Home Equity Loans vs. Home Equity Lines of Credit

A row of colorful homes with siding and brick exteriors along a quiet street with large trees on a partly cloudy day.

Thanks to rising home values, the average U.S. homeowner gained nearly $10,000 in home equity in 2018 alone. That’s the kind of trend that leads to a bump in home improvement spending—something that reached a new high by the end of 2018.

When it comes to home improvements, many homeowners turn to home equity loans and home equity lines of credit to help them pay for the work. What's the difference? Here's the breakdown:

What are Home Equity Loans and Lines of Credit?

In a nutshell, home equity lines of credit (or HELOCs) and home equity loans allow you to use the equity in your home to get a loan. You can typically borrow up to 85% or 90% of the value of your home, and terms are usually pretty favorable. Because the loan is based on your home equity, your home is your collateral.

What's the Difference Between Them?

Much of the difference between a home equity loan and HELOC comes in the form of distribution. Home equity loans are disbursed in a lump sum, as with a traditional loan. You take out a loan for a certain amount and agree to loan terms such as the length of the loan, the interest rate and your monthly payment. The interest rate on a home equity loan is fixed.

A HELOC, on the other hand, operates more like a credit card. When you open a home equity line of credit, you have access to a specific amount of funds that you can borrow. You might open a HELOC and never use any of the funds available to you, or you can borrow up to the limit of your line of credit during the draw period, or the period of time in which funds are available, then repay what you’ve borrowed over time. The interest rate on a HELOC is usually variable, meaning your payment will increase or decrease as rates fluctuate.

When to Use a Home Equity Loan

Home equity loans are most useful in the following situations:

  • You have a project in mind. If you have a distinct spending need, being able to withdraw a lump sum at a fixed interest rate is helpful.
  • You want a fixed interest rate. If variable interest makes you antsy, a home equity loan offers predictability with a set term, interest rate and monthly payment.
  • You want to consolidate debt. If you’re looking to combine several monthly debt payments into one payment at a fixed rate, a home equity loan can allow you to do this.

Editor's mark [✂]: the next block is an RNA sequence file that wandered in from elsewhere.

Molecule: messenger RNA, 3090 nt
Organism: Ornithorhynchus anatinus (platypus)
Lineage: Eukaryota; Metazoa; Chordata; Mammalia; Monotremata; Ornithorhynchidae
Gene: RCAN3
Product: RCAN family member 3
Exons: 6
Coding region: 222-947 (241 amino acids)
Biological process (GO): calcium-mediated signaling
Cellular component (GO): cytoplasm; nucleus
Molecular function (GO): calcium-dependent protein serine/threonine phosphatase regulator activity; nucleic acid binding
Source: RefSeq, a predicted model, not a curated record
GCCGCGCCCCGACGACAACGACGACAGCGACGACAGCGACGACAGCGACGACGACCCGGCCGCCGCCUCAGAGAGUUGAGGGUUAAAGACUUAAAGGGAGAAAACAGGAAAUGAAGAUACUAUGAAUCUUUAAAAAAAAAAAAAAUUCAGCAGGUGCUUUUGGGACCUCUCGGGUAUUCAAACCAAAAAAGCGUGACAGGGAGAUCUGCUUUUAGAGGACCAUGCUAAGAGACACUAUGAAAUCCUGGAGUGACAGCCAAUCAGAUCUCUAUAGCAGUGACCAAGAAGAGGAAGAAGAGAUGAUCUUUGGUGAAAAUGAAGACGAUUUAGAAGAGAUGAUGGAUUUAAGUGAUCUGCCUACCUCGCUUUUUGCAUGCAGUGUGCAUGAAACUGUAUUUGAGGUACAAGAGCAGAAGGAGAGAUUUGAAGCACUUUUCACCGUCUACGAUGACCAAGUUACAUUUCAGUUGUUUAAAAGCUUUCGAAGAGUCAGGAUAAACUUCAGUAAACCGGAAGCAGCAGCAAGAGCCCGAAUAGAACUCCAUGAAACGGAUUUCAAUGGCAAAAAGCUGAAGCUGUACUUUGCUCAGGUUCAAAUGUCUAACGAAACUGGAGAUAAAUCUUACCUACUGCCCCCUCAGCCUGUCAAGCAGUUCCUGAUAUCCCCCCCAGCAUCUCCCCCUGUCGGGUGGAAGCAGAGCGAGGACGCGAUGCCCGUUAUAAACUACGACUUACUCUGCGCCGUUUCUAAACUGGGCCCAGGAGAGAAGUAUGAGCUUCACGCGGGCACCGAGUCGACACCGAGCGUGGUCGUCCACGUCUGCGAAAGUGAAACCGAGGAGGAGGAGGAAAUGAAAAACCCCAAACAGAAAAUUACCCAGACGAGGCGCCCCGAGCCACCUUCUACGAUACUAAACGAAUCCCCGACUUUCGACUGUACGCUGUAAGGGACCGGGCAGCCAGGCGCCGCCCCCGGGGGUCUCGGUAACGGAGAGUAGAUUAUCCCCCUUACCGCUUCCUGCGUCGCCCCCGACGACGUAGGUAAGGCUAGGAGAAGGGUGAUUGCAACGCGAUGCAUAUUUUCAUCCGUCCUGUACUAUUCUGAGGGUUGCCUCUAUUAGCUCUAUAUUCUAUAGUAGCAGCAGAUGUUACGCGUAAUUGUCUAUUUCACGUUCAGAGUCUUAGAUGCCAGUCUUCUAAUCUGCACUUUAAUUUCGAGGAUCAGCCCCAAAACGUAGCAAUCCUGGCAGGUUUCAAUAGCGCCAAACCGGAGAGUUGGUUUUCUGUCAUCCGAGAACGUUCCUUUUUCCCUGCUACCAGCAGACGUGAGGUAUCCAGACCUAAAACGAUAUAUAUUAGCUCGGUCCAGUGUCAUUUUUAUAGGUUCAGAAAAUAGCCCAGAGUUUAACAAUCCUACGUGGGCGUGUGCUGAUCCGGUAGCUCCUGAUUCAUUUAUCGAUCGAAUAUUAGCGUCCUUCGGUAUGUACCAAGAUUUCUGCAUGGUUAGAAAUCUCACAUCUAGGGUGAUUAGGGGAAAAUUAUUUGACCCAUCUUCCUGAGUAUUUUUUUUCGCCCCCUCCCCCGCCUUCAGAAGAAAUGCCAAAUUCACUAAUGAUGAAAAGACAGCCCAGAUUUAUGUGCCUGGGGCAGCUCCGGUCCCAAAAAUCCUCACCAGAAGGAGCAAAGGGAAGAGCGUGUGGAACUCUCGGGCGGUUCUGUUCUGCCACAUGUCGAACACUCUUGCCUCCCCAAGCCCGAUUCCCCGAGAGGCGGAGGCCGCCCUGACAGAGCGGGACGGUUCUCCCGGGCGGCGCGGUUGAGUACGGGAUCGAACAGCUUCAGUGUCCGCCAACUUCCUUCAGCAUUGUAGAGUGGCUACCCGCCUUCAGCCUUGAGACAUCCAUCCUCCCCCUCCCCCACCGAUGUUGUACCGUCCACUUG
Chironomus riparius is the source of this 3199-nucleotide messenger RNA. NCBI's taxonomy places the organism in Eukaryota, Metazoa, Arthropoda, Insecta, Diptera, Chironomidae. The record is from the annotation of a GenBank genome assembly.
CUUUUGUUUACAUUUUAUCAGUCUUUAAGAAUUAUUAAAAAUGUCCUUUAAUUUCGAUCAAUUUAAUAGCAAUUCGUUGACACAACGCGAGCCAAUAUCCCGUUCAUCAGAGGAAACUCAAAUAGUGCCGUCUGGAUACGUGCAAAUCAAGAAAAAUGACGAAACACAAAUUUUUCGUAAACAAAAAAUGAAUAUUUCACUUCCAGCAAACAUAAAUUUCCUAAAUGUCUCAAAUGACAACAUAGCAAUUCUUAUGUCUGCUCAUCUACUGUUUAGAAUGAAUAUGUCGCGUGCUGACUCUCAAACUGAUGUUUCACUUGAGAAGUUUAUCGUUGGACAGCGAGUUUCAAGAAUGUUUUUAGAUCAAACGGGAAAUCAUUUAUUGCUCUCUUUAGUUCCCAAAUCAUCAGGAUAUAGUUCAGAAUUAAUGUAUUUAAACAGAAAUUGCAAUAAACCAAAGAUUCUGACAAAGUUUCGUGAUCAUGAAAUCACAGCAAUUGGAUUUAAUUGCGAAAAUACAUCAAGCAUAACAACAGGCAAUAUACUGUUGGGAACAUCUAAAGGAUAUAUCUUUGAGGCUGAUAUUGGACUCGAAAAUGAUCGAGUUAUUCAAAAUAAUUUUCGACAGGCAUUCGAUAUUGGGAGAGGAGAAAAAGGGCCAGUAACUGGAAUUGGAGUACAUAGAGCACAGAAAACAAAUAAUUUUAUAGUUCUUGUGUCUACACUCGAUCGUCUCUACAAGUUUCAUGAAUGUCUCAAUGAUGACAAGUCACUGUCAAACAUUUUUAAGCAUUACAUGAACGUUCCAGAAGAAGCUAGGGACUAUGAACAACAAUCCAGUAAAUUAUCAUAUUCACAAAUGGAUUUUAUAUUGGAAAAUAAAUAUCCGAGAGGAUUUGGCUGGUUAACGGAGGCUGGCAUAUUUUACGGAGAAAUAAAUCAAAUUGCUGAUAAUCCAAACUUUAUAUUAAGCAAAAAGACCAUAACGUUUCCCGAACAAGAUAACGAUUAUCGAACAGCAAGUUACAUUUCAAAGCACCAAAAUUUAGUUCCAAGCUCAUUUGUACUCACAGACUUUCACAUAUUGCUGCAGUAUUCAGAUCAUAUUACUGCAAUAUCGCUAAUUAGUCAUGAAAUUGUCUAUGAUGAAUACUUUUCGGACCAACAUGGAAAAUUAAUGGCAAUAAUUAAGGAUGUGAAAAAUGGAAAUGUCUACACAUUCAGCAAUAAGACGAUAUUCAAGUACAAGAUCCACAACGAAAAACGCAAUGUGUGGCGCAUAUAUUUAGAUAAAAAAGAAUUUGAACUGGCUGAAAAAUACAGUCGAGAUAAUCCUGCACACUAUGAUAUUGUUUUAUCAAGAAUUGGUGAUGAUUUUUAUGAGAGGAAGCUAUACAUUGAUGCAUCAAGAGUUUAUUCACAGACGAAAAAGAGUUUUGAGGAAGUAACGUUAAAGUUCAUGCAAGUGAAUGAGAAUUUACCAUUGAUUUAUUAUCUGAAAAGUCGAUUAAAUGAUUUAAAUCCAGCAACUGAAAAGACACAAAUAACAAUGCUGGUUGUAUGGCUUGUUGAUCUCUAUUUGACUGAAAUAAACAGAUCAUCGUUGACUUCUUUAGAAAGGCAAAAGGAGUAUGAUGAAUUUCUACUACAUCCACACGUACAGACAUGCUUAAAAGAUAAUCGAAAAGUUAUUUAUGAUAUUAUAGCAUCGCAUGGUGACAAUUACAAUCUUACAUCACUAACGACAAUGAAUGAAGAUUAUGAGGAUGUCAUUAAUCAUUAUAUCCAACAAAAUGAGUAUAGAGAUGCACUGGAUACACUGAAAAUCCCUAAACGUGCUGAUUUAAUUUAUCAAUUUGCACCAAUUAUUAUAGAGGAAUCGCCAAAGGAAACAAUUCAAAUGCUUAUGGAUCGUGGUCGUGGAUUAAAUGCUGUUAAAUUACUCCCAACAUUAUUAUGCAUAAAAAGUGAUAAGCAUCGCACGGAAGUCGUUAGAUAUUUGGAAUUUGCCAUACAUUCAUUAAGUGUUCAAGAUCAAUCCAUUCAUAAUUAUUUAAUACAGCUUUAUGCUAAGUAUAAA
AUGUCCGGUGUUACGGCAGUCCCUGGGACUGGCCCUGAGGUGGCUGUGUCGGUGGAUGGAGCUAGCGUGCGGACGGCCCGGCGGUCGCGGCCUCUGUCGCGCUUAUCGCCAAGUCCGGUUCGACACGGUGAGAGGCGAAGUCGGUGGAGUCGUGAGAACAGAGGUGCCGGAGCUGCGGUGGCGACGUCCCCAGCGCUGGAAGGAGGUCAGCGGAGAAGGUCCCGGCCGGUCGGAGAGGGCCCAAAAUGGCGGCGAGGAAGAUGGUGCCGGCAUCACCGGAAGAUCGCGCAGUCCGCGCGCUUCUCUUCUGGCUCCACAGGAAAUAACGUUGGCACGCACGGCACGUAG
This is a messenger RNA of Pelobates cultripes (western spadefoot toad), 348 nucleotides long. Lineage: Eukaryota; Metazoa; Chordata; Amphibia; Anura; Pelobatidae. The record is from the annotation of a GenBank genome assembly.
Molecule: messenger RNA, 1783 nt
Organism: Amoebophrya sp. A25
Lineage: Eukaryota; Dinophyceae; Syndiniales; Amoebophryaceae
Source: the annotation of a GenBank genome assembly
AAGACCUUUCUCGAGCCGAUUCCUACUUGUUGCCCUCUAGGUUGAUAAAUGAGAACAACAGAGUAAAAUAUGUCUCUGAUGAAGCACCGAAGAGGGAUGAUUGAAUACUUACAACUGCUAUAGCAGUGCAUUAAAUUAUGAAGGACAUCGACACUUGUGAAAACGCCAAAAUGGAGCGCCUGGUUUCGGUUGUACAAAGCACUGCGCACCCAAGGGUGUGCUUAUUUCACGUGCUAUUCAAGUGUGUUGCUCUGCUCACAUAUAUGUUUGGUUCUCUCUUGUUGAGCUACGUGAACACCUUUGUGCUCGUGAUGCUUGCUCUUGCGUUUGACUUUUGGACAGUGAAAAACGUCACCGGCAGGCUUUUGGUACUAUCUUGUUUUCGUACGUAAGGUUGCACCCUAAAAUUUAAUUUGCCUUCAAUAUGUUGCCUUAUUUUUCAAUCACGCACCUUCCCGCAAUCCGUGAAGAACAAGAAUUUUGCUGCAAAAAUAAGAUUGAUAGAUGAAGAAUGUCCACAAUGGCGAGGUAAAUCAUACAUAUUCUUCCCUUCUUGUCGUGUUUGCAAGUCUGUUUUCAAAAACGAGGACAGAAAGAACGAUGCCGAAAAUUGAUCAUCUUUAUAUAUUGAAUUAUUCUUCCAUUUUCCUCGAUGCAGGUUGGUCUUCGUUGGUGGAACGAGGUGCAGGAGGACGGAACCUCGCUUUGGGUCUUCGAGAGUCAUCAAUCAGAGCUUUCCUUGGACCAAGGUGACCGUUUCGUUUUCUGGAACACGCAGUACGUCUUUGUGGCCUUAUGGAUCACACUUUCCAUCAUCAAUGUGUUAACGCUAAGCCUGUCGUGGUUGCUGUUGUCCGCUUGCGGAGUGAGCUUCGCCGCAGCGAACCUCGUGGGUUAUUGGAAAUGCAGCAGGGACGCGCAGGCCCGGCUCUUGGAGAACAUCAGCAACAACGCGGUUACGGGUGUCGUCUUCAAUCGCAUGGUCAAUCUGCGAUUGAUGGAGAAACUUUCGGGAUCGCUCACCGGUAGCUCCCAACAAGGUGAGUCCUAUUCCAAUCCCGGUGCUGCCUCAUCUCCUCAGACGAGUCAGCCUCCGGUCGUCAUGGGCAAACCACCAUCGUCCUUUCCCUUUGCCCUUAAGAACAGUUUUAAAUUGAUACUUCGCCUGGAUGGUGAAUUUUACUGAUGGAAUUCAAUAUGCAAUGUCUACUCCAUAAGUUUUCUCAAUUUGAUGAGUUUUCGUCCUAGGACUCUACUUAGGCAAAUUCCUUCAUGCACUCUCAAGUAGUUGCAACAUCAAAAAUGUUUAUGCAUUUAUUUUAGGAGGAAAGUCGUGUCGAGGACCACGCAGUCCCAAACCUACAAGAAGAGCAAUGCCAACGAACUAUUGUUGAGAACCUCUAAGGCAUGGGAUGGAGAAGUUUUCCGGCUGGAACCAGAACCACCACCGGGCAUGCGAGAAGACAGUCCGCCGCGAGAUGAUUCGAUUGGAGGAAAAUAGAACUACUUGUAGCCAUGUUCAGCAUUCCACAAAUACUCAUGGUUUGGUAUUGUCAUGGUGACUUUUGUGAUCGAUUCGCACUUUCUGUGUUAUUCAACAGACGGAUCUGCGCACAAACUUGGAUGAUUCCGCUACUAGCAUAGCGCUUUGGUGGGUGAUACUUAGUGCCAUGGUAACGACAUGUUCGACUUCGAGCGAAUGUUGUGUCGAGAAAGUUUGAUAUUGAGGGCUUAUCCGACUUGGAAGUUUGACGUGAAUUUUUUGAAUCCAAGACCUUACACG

When to Use a Home Equity Line of Credit (HELOC)

HELOCs are better suited to the following uses:

  • You’re doing a home improvement project in stages. If you’ll need a large sum of money, but you won’t need it all at once—such as a home renovation that happens in pieces—a HELOC may be the better choice since you can borrow the money in chunks.
  • You aren’t sure how much money you need. If you have a cash need—or the potential for a cash need—but you aren’t sure of the total amount, a HELOC gives you more flexibility.
  • You need a safety net. Entrepreneurs and small business owners sometimes open a home equity line of credit as an extra emergency fund in case they find themselves in a tight spot—because once you’re in the tight spot, borrowing money isn’t always easy.

Home Equity Pitfalls

You don’t have to tap your home equity just because it’s there—and if you do, make sure you do it wisely. Avoid the following mistakes:

  • Using it for everyday expenses. In one Bankrate survey, about one in six homeowners said they think paying regular household bills was a “good use” of home equity. But if you’re taking on debt to pay for normal household costs, that’s a sign that money’s too tight. (Plus, if you don’t use the money for household repairs, you can’t deduct the loan interest on your taxes.)
  • Being casual about missing payments. Your home is your collateral for a home equity loan or HELOC. That means if you default on this loan, you could lose your house.
  • Borrowing heavily before a move. If you’re not going to be in the home for several years, borrowing a hefty amount of your home equity can put you in a bad position if home values go south. You could end up owing more on the home than it’s worth, which makes it very difficult to sell.

The Bottom Line

Both home equity loans and HELOCs are effective ways to leverage the equity in your home for improvement projects and other repairs that can boost the value of your home. If you’re unsure of which to choose, talk to a Fifth Third advisor about which type of loan might be most appropriate for your situation.

The views expressed by the author are not necessarily those of Fifth Third Bank, National Association, and are solely the opinions of the author. This article is for informational purposes only. It does not constitute the rendering of legal, accounting, or other professional services by Fifth Third Bank, National Association or any of their subsidiaries or affiliates, and are provided without any warranty whatsoever. Deposit and credit products provided by Fifth Third Bank, Member FDIC.